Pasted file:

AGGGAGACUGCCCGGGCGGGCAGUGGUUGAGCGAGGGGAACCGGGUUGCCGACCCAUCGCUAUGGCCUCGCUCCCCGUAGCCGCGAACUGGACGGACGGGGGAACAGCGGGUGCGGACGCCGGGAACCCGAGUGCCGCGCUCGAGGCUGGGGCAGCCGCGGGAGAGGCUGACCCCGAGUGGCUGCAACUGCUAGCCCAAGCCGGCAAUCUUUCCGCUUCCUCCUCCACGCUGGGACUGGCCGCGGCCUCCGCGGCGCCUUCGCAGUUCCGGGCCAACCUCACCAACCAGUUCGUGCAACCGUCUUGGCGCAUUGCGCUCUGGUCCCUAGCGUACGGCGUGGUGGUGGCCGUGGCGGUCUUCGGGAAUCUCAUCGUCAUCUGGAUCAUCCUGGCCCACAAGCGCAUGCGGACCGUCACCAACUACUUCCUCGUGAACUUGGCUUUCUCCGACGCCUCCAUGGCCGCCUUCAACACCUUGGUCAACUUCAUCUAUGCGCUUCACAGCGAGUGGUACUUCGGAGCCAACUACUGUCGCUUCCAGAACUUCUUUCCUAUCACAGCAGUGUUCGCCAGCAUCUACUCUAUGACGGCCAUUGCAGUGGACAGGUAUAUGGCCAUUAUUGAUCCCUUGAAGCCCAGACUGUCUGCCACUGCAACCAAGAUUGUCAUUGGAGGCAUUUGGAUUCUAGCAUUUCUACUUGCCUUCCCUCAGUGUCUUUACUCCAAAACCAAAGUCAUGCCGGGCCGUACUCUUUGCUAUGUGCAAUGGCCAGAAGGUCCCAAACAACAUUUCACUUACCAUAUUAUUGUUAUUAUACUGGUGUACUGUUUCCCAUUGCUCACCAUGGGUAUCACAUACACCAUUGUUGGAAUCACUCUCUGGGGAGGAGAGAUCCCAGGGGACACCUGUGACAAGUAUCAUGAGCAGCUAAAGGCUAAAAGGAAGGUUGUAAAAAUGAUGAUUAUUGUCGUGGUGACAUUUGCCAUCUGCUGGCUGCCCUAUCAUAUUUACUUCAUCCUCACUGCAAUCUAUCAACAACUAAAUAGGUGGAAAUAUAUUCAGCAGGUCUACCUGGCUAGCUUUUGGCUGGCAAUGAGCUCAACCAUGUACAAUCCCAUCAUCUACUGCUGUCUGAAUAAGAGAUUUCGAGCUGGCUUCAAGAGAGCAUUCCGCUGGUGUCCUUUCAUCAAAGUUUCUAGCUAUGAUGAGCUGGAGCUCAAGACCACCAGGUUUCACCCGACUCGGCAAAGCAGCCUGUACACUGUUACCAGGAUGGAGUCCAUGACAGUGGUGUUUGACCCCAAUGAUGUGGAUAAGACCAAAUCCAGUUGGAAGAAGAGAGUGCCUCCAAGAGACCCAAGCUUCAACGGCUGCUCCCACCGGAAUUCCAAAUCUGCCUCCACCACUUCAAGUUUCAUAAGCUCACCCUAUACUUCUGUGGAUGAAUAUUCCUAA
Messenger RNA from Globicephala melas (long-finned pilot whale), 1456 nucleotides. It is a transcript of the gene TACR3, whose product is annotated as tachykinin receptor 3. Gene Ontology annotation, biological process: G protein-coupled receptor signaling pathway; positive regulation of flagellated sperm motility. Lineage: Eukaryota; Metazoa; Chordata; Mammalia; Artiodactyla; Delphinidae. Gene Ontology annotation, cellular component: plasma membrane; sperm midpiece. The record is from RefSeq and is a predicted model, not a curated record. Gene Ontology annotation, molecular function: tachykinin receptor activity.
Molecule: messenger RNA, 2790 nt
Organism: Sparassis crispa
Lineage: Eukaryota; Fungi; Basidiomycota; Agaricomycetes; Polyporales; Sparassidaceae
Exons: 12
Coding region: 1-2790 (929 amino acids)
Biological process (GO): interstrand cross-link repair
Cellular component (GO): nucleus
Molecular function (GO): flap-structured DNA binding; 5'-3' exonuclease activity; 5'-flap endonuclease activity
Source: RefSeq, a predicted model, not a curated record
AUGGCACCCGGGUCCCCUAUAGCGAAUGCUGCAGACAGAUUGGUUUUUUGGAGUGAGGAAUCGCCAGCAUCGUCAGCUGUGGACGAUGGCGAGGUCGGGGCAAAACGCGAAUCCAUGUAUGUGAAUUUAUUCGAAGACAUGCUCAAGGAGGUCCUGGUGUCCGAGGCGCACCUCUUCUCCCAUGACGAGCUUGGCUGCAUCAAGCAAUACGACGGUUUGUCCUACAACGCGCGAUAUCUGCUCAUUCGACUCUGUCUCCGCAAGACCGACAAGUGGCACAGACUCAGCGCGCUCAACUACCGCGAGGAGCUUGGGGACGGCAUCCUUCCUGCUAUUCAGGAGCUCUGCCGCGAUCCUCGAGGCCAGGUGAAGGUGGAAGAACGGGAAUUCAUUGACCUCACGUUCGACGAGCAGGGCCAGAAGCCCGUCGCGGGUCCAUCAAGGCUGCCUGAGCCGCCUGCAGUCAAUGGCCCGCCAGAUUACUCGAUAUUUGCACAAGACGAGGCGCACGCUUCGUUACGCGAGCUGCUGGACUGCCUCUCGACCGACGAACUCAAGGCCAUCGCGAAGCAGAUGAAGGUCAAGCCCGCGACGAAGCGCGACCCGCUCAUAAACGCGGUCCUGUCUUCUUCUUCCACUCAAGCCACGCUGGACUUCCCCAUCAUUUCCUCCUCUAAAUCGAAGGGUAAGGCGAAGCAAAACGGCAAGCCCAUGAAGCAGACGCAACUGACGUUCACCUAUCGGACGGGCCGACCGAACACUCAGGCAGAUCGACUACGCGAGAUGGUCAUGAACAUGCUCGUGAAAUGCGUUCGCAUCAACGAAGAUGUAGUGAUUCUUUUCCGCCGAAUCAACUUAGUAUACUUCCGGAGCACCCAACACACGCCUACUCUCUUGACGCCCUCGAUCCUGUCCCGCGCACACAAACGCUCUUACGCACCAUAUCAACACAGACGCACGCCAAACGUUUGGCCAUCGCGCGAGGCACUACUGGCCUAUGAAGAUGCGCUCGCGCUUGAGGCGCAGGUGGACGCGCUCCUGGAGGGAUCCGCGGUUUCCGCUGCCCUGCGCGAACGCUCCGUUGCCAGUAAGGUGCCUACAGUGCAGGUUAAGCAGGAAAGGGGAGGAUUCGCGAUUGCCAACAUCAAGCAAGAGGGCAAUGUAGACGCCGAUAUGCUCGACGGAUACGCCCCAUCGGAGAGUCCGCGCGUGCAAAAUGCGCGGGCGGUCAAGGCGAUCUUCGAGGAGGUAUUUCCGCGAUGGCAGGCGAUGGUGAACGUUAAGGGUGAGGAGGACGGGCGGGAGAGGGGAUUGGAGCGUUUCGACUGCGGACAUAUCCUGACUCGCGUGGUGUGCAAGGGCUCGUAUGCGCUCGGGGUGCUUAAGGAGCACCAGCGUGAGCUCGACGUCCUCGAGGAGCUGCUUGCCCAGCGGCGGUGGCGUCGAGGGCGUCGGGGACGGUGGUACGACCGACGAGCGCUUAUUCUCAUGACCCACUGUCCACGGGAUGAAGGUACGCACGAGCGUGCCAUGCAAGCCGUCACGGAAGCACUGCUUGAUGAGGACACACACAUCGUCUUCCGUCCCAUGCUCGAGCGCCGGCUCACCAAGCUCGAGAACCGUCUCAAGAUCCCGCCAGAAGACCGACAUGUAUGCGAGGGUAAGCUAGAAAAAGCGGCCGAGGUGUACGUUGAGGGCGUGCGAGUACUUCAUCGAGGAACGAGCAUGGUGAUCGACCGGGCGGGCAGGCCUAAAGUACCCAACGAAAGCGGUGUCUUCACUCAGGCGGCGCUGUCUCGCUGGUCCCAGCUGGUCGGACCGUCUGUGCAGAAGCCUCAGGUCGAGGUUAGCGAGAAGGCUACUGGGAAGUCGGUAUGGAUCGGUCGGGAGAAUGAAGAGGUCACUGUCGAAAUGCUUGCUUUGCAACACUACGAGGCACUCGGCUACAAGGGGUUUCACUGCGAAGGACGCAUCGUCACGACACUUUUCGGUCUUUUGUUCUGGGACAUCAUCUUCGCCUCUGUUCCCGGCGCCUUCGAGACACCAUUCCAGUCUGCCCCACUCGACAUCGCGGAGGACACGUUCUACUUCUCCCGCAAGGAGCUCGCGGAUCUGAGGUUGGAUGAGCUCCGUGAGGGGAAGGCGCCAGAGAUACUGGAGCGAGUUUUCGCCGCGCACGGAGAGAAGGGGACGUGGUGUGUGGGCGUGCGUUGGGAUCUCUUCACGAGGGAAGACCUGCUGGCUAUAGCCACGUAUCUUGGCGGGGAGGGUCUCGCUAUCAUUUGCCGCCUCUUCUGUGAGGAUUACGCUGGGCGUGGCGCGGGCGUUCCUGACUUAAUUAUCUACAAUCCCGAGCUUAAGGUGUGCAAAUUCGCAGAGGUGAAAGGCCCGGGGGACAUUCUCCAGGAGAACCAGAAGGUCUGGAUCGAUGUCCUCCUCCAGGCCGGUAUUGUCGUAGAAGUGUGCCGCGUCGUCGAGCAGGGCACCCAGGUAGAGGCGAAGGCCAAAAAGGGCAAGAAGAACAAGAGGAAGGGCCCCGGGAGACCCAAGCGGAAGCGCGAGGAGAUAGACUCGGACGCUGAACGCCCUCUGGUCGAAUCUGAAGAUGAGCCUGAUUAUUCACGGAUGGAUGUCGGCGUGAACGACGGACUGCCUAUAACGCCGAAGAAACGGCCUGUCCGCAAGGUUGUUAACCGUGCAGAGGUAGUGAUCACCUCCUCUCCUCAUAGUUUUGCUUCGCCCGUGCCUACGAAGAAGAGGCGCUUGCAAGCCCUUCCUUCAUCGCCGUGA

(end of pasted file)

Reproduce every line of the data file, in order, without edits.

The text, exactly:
AGGGAGACUGCCCGGGCGGGCAGUGGUUGAGCGAGGGGAACCGGGUUGCCGACCCAUCGCUAUGGCCUCGCUCCCCGUAGCCGCGAACUGGACGGACGGGGGAACAGCGGGUGCGGACGCCGGGAACCCGAGUGCCGCGCUCGAGGCUGGGGCAGCCGCGGGAGAGGCUGACCCCGAGUGGCUGCAACUGCUAGCCCAAGCCGGCAAUCUUUCCGCUUCCUCCUCCACGCUGGGACUGGCCGCGGCCUCCGCGGCGCCUUCGCAGUUCCGGGCCAACCUCACCAACCAGUUCGUGCAACCGUCUUGGCGCAUUGCGCUCUGGUCCCUAGCGUACGGCGUGGUGGUGGCCGUGGCGGUCUUCGGGAAUCUCAUCGUCAUCUGGAUCAUCCUGGCCCACAAGCGCAUGCGGACCGUCACCAACUACUUCCUCGUGAACUUGGCUUUCUCCGACGCCUCCAUGGCCGCCUUCAACACCUUGGUCAACUUCAUCUAUGCGCUUCACAGCGAGUGGUACUUCGGAGCCAACUACUGUCGCUUCCAGAACUUCUUUCCUAUCACAGCAGUGUUCGCCAGCAUCUACUCUAUGACGGCCAUUGCAGUGGACAGGUAUAUGGCCAUUAUUGAUCCCUUGAAGCCCAGACUGUCUGCCACUGCAACCAAGAUUGUCAUUGGAGGCAUUUGGAUUCUAGCAUUUCUACUUGCCUUCCCUCAGUGUCUUUACUCCAAAACCAAAGUCAUGCCGGGCCGUACUCUUUGCUAUGUGCAAUGGCCAGAAGGUCCCAAACAACAUUUCACUUACCAUAUUAUUGUUAUUAUACUGGUGUACUGUUUCCCAUUGCUCACCAUGGGUAUCACAUACACCAUUGUUGGAAUCACUCUCUGGGGAGGAGAGAUCCCAGGGGACACCUGUGACAAGUAUCAUGAGCAGCUAAAGGCUAAAAGGAAGGUUGUAAAAAUGAUGAUUAUUGUCGUGGUGACAUUUGCCAUCUGCUGGCUGCCCUAUCAUAUUUACUUCAUCCUCACUGCAAUCUAUCAACAACUAAAUAGGUGGAAAUAUAUUCAGCAGGUCUACCUGGCUAGCUUUUGGCUGGCAAUGAGCUCAACCAUGUACAAUCCCAUCAUCUACUGCUGUCUGAAUAAGAGAUUUCGAGCUGGCUUCAAGAGAGCAUUCCGCUGGUGUCCUUUCAUCAAAGUUUCUAGCUAUGAUGAGCUGGAGCUCAAGACCACCAGGUUUCACCCGACUCGGCAAAGCAGCCUGUACACUGUUACCAGGAUGGAGUCCAUGACAGUGGUGUUUGACCCCAAUGAUGUGGAUAAGACCAAAUCCAGUUGGAAGAAGAGAGUGCCUCCAAGAGACCCAAGCUUCAACGGCUGCUCCCACCGGAAUUCCAAAUCUGCCUCCACCACUUCAAGUUUCAUAAGCUCACCCUAUACUUCUGUGGAUGAAUAUUCCUAA
Messenger RNA from Globicephala melas (long-finned pilot whale), 1456 nucleotides. It is a transcript of the gene TACR3, whose product is annotated as tachykinin receptor 3. Gene Ontology annotation, biological process: G protein-coupled receptor signaling pathway; positive regulation of flagellated sperm motility. Lineage: Eukaryota; Metazoa; Chordata; Mammalia; Artiodactyla; Delphinidae. Gene Ontology annotation, cellular component: plasma membrane; sperm midpiece. The record is from RefSeq and is a predicted model, not a curated record. Gene Ontology annotation, molecular function: tachykinin receptor activity.
Molecule: messenger RNA, 2790 nt
Organism: Sparassis crispa
Lineage: Eukaryota; Fungi; Basidiomycota; Agaricomycetes; Polyporales; Sparassidaceae
Exons: 12
Coding region: 1-2790 (929 amino acids)
Biological process (GO): interstrand cross-link repair
Cellular component (GO): nucleus
Molecular function (GO): flap-structured DNA binding; 5'-3' exonuclease activity; 5'-flap endonuclease activity
Source: RefSeq, a predicted model, not a curated record
AUGGCACCCGGGUCCCCUAUAGCGAAUGCUGCAGACAGAUUGGUUUUUUGGAGUGAGGAAUCGCCAGCAUCGUCAGCUGUGGACGAUGGCGAGGUCGGGGCAAAACGCGAAUCCAUGUAUGUGAAUUUAUUCGAAGACAUGCUCAAGGAGGUCCUGGUGUCCGAGGCGCACCUCUUCUCCCAUGACGAGCUUGGCUGCAUCAAGCAAUACGACGGUUUGUCCUACAACGCGCGAUAUCUGCUCAUUCGACUCUGUCUCCGCAAGACCGACAAGUGGCACAGACUCAGCGCGCUCAACUACCGCGAGGAGCUUGGGGACGGCAUCCUUCCUGCUAUUCAGGAGCUCUGCCGCGAUCCUCGAGGCCAGGUGAAGGUGGAAGAACGGGAAUUCAUUGACCUCACGUUCGACGAGCAGGGCCAGAAGCCCGUCGCGGGUCCAUCAAGGCUGCCUGAGCCGCCUGCAGUCAAUGGCCCGCCAGAUUACUCGAUAUUUGCACAAGACGAGGCGCACGCUUCGUUACGCGAGCUGCUGGACUGCCUCUCGACCGACGAACUCAAGGCCAUCGCGAAGCAGAUGAAGGUCAAGCCCGCGACGAAGCGCGACCCGCUCAUAAACGCGGUCCUGUCUUCUUCUUCCACUCAAGCCACGCUGGACUUCCCCAUCAUUUCCUCCUCUAAAUCGAAGGGUAAGGCGAAGCAAAACGGCAAGCCCAUGAAGCAGACGCAACUGACGUUCACCUAUCGGACGGGCCGACCGAACACUCAGGCAGAUCGACUACGCGAGAUGGUCAUGAACAUGCUCGUGAAAUGCGUUCGCAUCAACGAAGAUGUAGUGAUUCUUUUCCGCCGAAUCAACUUAGUAUACUUCCGGAGCACCCAACACACGCCUACUCUCUUGACGCCCUCGAUCCUGUCCCGCGCACACAAACGCUCUUACGCACCAUAUCAACACAGACGCACGCCAAACGUUUGGCCAUCGCGCGAGGCACUACUGGCCUAUGAAGAUGCGCUCGCGCUUGAGGCGCAGGUGGACGCGCUCCUGGAGGGAUCCGCGGUUUCCGCUGCCCUGCGCGAACGCUCCGUUGCCAGUAAGGUGCCUACAGUGCAGGUUAAGCAGGAAAGGGGAGGAUUCGCGAUUGCCAACAUCAAGCAAGAGGGCAAUGUAGACGCCGAUAUGCUCGACGGAUACGCCCCAUCGGAGAGUCCGCGCGUGCAAAAUGCGCGGGCGGUCAAGGCGAUCUUCGAGGAGGUAUUUCCGCGAUGGCAGGCGAUGGUGAACGUUAAGGGUGAGGAGGACGGGCGGGAGAGGGGAUUGGAGCGUUUCGACUGCGGACAUAUCCUGACUCGCGUGGUGUGCAAGGGCUCGUAUGCGCUCGGGGUGCUUAAGGAGCACCAGCGUGAGCUCGACGUCCUCGAGGAGCUGCUUGCCCAGCGGCGGUGGCGUCGAGGGCGUCGGGGACGGUGGUACGACCGACGAGCGCUUAUUCUCAUGACCCACUGUCCACGGGAUGAAGGUACGCACGAGCGUGCCAUGCAAGCCGUCACGGAAGCACUGCUUGAUGAGGACACACACAUCGUCUUCCGUCCCAUGCUCGAGCGCCGGCUCACCAAGCUCGAGAACCGUCUCAAGAUCCCGCCAGAAGACCGACAUGUAUGCGAGGGUAAGCUAGAAAAAGCGGCCGAGGUGUACGUUGAGGGCGUGCGAGUACUUCAUCGAGGAACGAGCAUGGUGAUCGACCGGGCGGGCAGGCCUAAAGUACCCAACGAAAGCGGUGUCUUCACUCAGGCGGCGCUGUCUCGCUGGUCCCAGCUGGUCGGACCGUCUGUGCAGAAGCCUCAGGUCGAGGUUAGCGAGAAGGCUACUGGGAAGUCGGUAUGGAUCGGUCGGGAGAAUGAAGAGGUCACUGUCGAAAUGCUUGCUUUGCAACACUACGAGGCACUCGGCUACAAGGGGUUUCACUGCGAAGGACGCAUCGUCACGACACUUUUCGGUCUUUUGUUCUGGGACAUCAUCUUCGCCUCUGUUCCCGGCGCCUUCGAGACACCAUUCCAGUCUGCCCCACUCGACAUCGCGGAGGACACGUUCUACUUCUCCCGCAAGGAGCUCGCGGAUCUGAGGUUGGAUGAGCUCCGUGAGGGGAAGGCGCCAGAGAUACUGGAGCGAGUUUUCGCCGCGCACGGAGAGAAGGGGACGUGGUGUGUGGGCGUGCGUUGGGAUCUCUUCACGAGGGAAGACCUGCUGGCUAUAGCCACGUAUCUUGGCGGGGAGGGUCUCGCUAUCAUUUGCCGCCUCUUCUGUGAGGAUUACGCUGGGCGUGGCGCGGGCGUUCCUGACUUAAUUAUCUACAAUCCCGAGCUUAAGGUGUGCAAAUUCGCAGAGGUGAAAGGCCCGGGGGACAUUCUCCAGGAGAACCAGAAGGUCUGGAUCGAUGUCCUCCUCCAGGCCGGUAUUGUCGUAGAAGUGUGCCGCGUCGUCGAGCAGGGCACCCAGGUAGAGGCGAAGGCCAAAAAGGGCAAGAAGAACAAGAGGAAGGGCCCCGGGAGACCCAAGCGGAAGCGCGAGGAGAUAGACUCGGACGCUGAACGCCCUCUGGUCGAAUCUGAAGAUGAGCCUGAUUAUUCACGGAUGGAUGUCGGCGUGAACGACGGACUGCCUAUAACGCCGAAGAAACGGCCUGUCCGCAAGGUUGUUAACCGUGCAGAGGUAGUGAUCACCUCCUCUCCUCAUAGUUUUGCUUCGCCCGUGCCUACGAAGAAGAGGCGCUUGCAAGCCCUUCCUUCAUCGCCGUGA